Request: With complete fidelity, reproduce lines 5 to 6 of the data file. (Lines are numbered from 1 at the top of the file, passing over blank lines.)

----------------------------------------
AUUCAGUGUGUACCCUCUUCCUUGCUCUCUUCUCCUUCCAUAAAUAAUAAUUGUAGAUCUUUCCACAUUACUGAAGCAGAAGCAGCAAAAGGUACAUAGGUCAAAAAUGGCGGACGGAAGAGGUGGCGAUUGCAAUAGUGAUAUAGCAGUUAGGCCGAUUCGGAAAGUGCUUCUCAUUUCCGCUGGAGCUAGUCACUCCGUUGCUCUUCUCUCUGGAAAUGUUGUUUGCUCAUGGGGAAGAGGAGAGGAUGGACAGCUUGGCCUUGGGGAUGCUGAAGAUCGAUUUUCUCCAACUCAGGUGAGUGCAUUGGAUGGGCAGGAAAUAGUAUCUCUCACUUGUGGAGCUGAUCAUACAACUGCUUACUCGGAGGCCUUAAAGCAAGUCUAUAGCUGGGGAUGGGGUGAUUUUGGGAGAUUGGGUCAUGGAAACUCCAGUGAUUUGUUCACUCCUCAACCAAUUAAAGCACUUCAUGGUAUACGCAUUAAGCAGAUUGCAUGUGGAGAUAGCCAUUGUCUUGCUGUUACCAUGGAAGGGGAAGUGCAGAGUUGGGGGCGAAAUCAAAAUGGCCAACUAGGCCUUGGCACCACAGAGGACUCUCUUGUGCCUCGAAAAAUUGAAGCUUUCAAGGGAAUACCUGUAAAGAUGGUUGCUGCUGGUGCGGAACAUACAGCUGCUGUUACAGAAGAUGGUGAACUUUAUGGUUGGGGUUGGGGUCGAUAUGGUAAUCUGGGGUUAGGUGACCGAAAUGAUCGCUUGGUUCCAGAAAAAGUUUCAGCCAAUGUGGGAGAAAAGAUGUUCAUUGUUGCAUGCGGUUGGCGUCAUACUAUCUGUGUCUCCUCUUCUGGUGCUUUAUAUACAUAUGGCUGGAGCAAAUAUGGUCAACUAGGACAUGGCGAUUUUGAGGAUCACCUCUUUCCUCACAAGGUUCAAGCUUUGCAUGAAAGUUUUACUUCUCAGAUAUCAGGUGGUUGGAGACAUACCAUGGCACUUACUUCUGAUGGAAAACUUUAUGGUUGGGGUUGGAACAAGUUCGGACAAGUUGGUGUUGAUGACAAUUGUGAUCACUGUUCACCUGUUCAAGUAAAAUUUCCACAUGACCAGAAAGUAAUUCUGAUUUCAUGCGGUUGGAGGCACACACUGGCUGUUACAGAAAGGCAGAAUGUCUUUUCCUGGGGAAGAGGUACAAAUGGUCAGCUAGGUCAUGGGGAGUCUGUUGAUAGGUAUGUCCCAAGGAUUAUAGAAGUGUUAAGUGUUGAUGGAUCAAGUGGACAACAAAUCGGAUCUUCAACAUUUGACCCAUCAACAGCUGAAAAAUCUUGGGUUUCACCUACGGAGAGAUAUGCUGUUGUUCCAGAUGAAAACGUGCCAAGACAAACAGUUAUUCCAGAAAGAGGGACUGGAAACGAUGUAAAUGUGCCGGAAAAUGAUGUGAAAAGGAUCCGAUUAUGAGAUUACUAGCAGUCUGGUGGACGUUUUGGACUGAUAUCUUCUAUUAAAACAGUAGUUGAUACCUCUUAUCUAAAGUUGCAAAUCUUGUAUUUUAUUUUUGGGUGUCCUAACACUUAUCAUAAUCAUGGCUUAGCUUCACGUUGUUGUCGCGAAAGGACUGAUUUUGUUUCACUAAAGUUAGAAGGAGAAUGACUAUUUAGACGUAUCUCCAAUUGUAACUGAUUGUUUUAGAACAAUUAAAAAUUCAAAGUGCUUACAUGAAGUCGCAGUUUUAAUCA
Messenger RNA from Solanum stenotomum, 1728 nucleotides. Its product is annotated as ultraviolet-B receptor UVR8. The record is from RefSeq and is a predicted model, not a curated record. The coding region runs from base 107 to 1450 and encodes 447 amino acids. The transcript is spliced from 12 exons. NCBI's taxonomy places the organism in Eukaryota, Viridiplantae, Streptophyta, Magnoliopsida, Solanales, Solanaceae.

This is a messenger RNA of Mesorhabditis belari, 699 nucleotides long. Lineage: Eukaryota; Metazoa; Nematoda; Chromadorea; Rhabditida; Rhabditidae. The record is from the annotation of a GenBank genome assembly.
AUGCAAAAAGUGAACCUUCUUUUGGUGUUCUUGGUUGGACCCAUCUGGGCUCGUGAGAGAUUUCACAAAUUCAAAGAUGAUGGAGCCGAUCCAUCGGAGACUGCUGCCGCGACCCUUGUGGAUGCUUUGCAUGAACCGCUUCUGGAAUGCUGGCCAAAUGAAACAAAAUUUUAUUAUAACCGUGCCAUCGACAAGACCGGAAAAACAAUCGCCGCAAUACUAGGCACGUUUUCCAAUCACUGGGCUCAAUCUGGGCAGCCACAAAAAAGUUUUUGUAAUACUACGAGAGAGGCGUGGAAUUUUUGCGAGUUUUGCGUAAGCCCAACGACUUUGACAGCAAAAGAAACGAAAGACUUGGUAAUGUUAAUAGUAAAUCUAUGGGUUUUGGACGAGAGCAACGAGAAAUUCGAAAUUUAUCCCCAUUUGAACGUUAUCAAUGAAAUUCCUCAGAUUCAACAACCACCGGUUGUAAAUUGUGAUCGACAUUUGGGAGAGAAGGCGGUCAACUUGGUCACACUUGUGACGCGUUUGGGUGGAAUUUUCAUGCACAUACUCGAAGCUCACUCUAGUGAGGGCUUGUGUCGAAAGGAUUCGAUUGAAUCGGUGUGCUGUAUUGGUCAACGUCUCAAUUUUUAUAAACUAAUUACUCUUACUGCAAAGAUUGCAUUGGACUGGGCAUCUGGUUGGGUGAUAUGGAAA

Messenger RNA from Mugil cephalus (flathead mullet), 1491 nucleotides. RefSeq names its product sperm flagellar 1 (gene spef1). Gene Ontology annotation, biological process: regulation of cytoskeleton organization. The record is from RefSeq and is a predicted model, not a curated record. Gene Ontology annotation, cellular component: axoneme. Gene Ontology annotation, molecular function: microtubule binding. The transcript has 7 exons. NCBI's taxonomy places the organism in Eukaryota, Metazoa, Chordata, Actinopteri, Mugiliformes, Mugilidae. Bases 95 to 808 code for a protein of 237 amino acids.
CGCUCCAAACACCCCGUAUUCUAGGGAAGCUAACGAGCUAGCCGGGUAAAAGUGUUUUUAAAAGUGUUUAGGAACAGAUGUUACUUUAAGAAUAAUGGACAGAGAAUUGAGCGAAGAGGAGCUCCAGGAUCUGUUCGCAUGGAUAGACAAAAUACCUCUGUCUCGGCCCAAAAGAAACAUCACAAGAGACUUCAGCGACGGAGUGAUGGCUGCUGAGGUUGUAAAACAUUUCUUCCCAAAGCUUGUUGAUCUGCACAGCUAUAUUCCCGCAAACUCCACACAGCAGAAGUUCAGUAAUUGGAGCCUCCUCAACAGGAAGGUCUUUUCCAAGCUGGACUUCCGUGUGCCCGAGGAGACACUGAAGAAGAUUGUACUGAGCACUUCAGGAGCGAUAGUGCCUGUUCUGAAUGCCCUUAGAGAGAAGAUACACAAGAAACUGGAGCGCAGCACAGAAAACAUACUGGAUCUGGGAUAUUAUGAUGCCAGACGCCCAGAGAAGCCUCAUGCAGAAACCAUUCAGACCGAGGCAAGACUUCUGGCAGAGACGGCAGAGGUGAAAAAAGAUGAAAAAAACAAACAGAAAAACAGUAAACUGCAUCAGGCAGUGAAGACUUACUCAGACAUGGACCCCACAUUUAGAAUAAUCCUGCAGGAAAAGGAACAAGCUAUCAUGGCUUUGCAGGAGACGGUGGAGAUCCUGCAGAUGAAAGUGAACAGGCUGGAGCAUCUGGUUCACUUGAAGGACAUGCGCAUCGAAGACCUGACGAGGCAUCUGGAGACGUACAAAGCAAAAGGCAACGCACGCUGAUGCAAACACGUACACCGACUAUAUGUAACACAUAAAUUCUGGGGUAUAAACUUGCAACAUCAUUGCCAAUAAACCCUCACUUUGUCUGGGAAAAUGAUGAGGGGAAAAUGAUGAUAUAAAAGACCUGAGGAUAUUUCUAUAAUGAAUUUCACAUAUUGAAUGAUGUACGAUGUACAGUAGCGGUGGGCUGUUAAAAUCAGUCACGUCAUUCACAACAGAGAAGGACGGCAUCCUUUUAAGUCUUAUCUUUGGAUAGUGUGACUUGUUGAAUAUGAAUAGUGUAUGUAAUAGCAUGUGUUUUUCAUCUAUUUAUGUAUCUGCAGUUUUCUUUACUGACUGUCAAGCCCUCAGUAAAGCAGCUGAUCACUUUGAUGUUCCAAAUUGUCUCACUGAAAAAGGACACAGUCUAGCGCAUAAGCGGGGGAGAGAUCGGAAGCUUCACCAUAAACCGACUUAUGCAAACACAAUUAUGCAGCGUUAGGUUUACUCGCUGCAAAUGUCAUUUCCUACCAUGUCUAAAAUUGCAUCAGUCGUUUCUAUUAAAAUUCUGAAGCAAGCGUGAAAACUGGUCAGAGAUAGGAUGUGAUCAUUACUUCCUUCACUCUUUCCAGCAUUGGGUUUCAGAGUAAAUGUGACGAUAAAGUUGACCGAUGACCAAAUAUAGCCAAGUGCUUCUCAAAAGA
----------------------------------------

Messenger RNA from Mugil cephalus (flathead mullet), 1491 nucleotides. RefSeq names its product sperm flagellar 1 (gene spef1). Gene Ontology annotation, biological process: regulation of cytoskeleton organization. The record is from RefSeq and is a predicted model, not a curated record. Gene Ontology annotation, cellular component: axoneme. Gene Ontology annotation, molecular function: microtubule binding. The transcript has 7 exons. NCBI's taxonomy places the organism in Eukaryota, Metazoa, Chordata, Actinopteri, Mugiliformes, Mugilidae. Bases 95 to 808 code for a protein of 237 amino acids.
CGCUCCAAACACCCCGUAUUCUAGGGAAGCUAACGAGCUAGCCGGGUAAAAGUGUUUUUAAAAGUGUUUAGGAACAGAUGUUACUUUAAGAAUAAUGGACAGAGAAUUGAGCGAAGAGGAGCUCCAGGAUCUGUUCGCAUGGAUAGACAAAAUACCUCUGUCUCGGCCCAAAAGAAACAUCACAAGAGACUUCAGCGACGGAGUGAUGGCUGCUGAGGUUGUAAAACAUUUCUUCCCAAAGCUUGUUGAUCUGCACAGCUAUAUUCCCGCAAACUCCACACAGCAGAAGUUCAGUAAUUGGAGCCUCCUCAACAGGAAGGUCUUUUCCAAGCUGGACUUCCGUGUGCCCGAGGAGACACUGAAGAAGAUUGUACUGAGCACUUCAGGAGCGAUAGUGCCUGUUCUGAAUGCCCUUAGAGAGAAGAUACACAAGAAACUGGAGCGCAGCACAGAAAACAUACUGGAUCUGGGAUAUUAUGAUGCCAGACGCCCAGAGAAGCCUCAUGCAGAAACCAUUCAGACCGAGGCAAGACUUCUGGCAGAGACGGCAGAGGUGAAAAAAGAUGAAAAAAACAAACAGAAAAACAGUAAACUGCAUCAGGCAGUGAAGACUUACUCAGACAUGGACCCCACAUUUAGAAUAAUCCUGCAGGAAAAGGAACAAGCUAUCAUGGCUUUGCAGGAGACGGUGGAGAUCCUGCAGAUGAAAGUGAACAGGCUGGAGCAUCUGGUUCACUUGAAGGACAUGCGCAUCGAAGACCUGACGAGGCAUCUGGAGACGUACAAAGCAAAAGGCAACGCACGCUGAUGCAAACACGUACACCGACUAUAUGUAACACAUAAAUUCUGGGGUAUAAACUUGCAACAUCAUUGCCAAUAAACCCUCACUUUGUCUGGGAAAAUGAUGAGGGGAAAAUGAUGAUAUAAAAGACCUGAGGAUAUUUCUAUAAUGAAUUUCACAUAUUGAAUGAUGUACGAUGUACAGUAGCGGUGGGCUGUUAAAAUCAGUCACGUCAUUCACAACAGAGAAGGACGGCAUCCUUUUAAGUCUUAUCUUUGGAUAGUGUGACUUGUUGAAUAUGAAUAGUGUAUGUAAUAGCAUGUGUUUUUCAUCUAUUUAUGUAUCUGCAGUUUUCUUUACUGACUGUCAAGCCCUCAGUAAAGCAGCUGAUCACUUUGAUGUUCCAAAUUGUCUCACUGAAAAAGGACACAGUCUAGCGCAUAAGCGGGGGAGAGAUCGGAAGCUUCACCAUAAACCGACUUAUGCAAACACAAUUAUGCAGCGUUAGGUUUACUCGCUGCAAAUGUCAUUUCCUACCAUGUCUAAAAUUGCAUCAGUCGUUUCUAUUAAAAUUCUGAAGCAAGCGUGAAAACUGGUCAGAGAUAGGAUGUGAUCAUUACUUCCUUCACUCUUUCCAGCAUUGGGUUUCAGAGUAAAUGUGACGAUAAAGUUGACCGAUGACCAAAUAUAGCCAAGUGCUUCUCAAAAGA